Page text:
Mother’s Rebellion (Mother’s Day 2023)

What does mom really want for Mother’s Day?

It’s Mother’s Day and companies are trying to convince us that chocolates, flowers and fluffy slippers make mothers happy. But the essence of motherhood is bringing up children, and what truly makes a mother happy is when her children are fed, healthy and heading into a bright future. Many mothers do not have that comfort this Mother’s Day as all around the world floods, droughts and heatwaves caused by climate change are upending people’s lives and increasing poverty.

In Somalia, in 2022, Ijabu Hassan lost three children, aged 5, 4 and 2, who died from malnutrition. Four consecutive failed rainy seasons caused a record drought and clinics reported a huge increase in severe malnutrition.

In August 2022, Pakistan experienced the worst floods in its history. Rubina was six months pregnant when her home village was destroyed by floods. Her family lost everything. She now lives in a makeshift shelter and fears for the health of her baby and older children.

In March 2022 India experienced its worst ever heatwave. Aliya Sheikh who works from an un-airconditioned, one-room house in a slum in Mumbai, does textile work at home so that she can look after her toddler and baby at the same time. Aliya’s work rate slowed so much in the punishing heat that she could not earn enough to buy food for her family. Her experience was common to many women.

Nompumelelo Melemela and her 17-year-old daughter are still living in emergency accommodation a year after their home was washed away in the 2022 Durban flooding. The factory where Melemela worked was also destroyed in the flood and she is without work. The temporary shelter is far from the school her daughter attended and she can’t afford to pay the transport costs for her child to attend school.

The Northern Cape has experienced more than a decade of drought, devastating the economy. Families are struggling to feed their children, some becoming dependent on food parcels.

Given that the impacts of climate change are now obvious all around us, you would expect our government to be strongly driving a just transition away from fossil fuels. But in fact South Africa is extending a warm welcome to oil and gas companies who are snapping up licences to explore and exploit oil and gas all round our coastline. Healthy oceans absorb carbon so oil and gas exploitation will be doubly damaging as it will interfere with our complex and vital ocean ecosystem as well as contributing to carbon emissions in the extraction, processing and burning of these fuels. We therefore today stand with demonstrations going on around the country this weekend to protest against the Government’s awarding of licences to Total Energies to explore for oil around our entire coastline and to begin production in the Mossel Bay area, and to geological companies such as CGG and TGS which are carrying out seismic surveys offshore of South Africa’s east and west coasts.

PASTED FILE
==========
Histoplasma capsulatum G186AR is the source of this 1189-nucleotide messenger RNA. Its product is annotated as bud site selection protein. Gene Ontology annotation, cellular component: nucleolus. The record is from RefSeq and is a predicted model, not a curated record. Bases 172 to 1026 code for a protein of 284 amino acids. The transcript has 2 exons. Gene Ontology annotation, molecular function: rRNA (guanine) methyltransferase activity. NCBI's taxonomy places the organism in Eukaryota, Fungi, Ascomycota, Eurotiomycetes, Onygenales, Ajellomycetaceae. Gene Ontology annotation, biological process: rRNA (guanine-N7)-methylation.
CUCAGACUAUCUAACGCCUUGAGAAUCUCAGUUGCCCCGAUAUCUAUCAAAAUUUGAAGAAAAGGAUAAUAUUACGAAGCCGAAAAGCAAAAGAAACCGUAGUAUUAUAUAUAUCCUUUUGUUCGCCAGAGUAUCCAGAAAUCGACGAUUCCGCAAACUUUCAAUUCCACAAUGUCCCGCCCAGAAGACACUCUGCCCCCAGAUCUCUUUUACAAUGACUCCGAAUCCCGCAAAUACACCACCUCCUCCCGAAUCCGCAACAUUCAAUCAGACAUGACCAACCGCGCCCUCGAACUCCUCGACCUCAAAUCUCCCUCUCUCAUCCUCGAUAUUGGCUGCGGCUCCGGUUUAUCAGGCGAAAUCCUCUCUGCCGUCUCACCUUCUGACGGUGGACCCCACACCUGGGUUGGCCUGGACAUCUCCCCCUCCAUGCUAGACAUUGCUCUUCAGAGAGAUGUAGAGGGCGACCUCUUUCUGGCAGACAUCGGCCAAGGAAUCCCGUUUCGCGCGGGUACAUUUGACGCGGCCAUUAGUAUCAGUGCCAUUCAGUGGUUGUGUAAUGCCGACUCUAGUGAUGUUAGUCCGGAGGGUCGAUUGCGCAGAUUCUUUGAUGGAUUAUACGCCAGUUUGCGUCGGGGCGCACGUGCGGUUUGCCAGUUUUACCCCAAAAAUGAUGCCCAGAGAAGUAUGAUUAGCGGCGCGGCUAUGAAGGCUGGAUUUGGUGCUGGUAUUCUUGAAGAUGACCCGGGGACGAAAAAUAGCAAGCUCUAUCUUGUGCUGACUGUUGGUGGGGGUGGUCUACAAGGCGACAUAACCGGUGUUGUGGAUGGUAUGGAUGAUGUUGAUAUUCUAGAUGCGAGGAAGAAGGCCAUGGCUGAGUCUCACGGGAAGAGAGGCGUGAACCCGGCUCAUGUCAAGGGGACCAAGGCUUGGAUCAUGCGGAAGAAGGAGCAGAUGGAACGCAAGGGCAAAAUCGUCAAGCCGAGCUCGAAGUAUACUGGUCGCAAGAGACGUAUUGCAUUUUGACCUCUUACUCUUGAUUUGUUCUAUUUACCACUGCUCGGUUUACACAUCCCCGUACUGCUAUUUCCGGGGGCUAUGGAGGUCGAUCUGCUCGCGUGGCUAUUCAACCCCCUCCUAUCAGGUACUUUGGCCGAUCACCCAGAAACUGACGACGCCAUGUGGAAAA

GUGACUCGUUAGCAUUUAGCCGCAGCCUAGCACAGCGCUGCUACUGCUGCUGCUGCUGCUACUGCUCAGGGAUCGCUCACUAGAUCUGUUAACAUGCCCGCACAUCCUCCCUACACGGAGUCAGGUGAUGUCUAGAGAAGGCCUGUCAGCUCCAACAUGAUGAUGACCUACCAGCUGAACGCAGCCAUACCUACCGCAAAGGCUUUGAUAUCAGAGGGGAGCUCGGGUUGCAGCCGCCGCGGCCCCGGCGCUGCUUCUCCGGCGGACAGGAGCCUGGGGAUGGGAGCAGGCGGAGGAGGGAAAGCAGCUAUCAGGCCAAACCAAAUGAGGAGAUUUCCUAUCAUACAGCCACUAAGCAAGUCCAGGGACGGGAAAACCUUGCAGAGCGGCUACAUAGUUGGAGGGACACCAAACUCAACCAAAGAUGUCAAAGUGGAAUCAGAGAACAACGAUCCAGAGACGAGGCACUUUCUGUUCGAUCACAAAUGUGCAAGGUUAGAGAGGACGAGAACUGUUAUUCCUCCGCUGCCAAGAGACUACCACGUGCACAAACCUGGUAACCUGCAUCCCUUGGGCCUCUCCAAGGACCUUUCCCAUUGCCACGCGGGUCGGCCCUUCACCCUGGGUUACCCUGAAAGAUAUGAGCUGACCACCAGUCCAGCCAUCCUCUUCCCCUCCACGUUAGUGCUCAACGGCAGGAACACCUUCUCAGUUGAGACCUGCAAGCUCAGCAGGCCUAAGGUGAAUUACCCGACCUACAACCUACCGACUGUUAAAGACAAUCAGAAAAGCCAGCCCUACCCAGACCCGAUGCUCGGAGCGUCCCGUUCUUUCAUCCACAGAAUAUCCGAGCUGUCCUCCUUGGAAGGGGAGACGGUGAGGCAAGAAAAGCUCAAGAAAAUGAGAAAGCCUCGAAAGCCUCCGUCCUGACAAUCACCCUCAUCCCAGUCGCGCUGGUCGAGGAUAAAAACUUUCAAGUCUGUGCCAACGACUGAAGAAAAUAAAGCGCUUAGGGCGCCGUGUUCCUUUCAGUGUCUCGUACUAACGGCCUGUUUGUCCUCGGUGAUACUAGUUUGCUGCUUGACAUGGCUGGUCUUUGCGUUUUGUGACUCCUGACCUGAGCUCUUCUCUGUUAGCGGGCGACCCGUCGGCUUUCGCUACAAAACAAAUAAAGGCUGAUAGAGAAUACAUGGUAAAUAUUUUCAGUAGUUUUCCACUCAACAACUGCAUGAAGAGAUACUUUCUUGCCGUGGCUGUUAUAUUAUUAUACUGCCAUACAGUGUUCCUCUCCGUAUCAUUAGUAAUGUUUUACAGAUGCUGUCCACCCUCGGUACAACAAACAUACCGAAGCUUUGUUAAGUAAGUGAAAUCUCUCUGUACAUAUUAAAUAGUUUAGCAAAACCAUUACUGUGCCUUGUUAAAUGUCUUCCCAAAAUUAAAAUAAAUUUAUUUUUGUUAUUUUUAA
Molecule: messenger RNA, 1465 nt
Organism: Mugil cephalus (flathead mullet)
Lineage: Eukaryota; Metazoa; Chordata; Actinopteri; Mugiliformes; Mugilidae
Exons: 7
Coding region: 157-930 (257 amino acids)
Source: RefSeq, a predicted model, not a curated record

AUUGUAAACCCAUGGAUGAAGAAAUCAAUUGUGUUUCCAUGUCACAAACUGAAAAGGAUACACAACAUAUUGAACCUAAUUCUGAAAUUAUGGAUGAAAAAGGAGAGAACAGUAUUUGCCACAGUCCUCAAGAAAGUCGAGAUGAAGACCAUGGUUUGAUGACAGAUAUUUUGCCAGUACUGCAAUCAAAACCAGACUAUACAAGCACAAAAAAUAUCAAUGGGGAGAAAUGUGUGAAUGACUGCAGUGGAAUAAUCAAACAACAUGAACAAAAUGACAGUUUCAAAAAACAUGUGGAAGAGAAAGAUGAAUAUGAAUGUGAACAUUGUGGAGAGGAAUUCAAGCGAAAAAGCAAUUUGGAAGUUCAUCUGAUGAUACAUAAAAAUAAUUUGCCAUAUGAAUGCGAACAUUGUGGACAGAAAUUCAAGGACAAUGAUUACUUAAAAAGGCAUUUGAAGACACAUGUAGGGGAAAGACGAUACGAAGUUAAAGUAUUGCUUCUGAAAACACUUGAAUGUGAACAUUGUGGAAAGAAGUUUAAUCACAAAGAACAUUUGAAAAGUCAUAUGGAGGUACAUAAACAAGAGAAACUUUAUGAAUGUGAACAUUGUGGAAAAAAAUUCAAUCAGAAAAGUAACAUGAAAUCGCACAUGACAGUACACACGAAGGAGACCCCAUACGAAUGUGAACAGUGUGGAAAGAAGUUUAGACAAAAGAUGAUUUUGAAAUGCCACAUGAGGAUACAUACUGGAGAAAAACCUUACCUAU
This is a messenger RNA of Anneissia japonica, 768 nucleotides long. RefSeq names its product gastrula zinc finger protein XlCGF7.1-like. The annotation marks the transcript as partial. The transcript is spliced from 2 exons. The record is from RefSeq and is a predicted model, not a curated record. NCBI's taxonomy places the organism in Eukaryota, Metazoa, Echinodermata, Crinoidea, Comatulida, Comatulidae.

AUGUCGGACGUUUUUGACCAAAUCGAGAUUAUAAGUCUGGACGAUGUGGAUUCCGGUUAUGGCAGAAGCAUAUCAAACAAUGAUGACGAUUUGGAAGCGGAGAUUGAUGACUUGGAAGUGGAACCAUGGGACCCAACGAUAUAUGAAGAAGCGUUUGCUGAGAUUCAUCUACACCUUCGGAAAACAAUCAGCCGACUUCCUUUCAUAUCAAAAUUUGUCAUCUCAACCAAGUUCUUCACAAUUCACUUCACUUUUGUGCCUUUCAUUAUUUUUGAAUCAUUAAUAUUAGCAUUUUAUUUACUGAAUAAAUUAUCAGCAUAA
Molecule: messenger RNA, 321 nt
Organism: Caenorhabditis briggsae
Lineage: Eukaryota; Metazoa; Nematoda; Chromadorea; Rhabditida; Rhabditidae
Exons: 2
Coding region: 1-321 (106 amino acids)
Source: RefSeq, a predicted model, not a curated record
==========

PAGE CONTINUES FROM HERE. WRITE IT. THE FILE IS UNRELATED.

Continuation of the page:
The way politicians measure progress and success is being recognised as deeply flawed. National accounts record profit made from exploiting oil and gas. But the same accounts fail to debit against that profit the loss of Nompumelelo’s home, the effect on the atmosphere of the greenhouse gases that are emitted when the oil and gas is burned, or the damage to marine life that will be incurred in the exploring, extraction and transporting of oil and gas. The intangible heritage of the way of life of coastal communities and their spiritual connection to the ocean is not counted nor is the livelihoods and good protein that fish provides to subsistence and smallscale fisherfolk. And will that profit improve the lives of those who are suffering like Nompumelelo or will it be spent on the priorities of the rich and powerful?

Carmelita Mostert, a fisherwoman with Coastal Links Saldanha Bay, adds her voice to many calling for an end to oil and gas exploration and exploitation in the ocean. “If they take away our livelihoods what will we have left? As a fisherwoman, I work hard to create my living from the ocean. So, when people suggest that small-scale fishing and the offshore oil and gas industry can coexist, I say they are delusional and clearly know (or care) very little for this precious natural resource.”

So we stand here today in solidarity with mothers everywhere — mothers of human children and ocean mothers such as the whales that migrate along our coast who struggle to communicate with their young in the face of the noise of seismic blasting. We mothers don’t want chocolates, we want social and environmental justice. We don’t want flowers, we want to know that our children have a liveable future.

We demand that our government stops all offshore exploration for fossil fuels and honours its climate and environmental commitments in terms of the Paris Agreement and the many conventions for protection of the ocean to which South Africa is a signatory.

Read the full press release here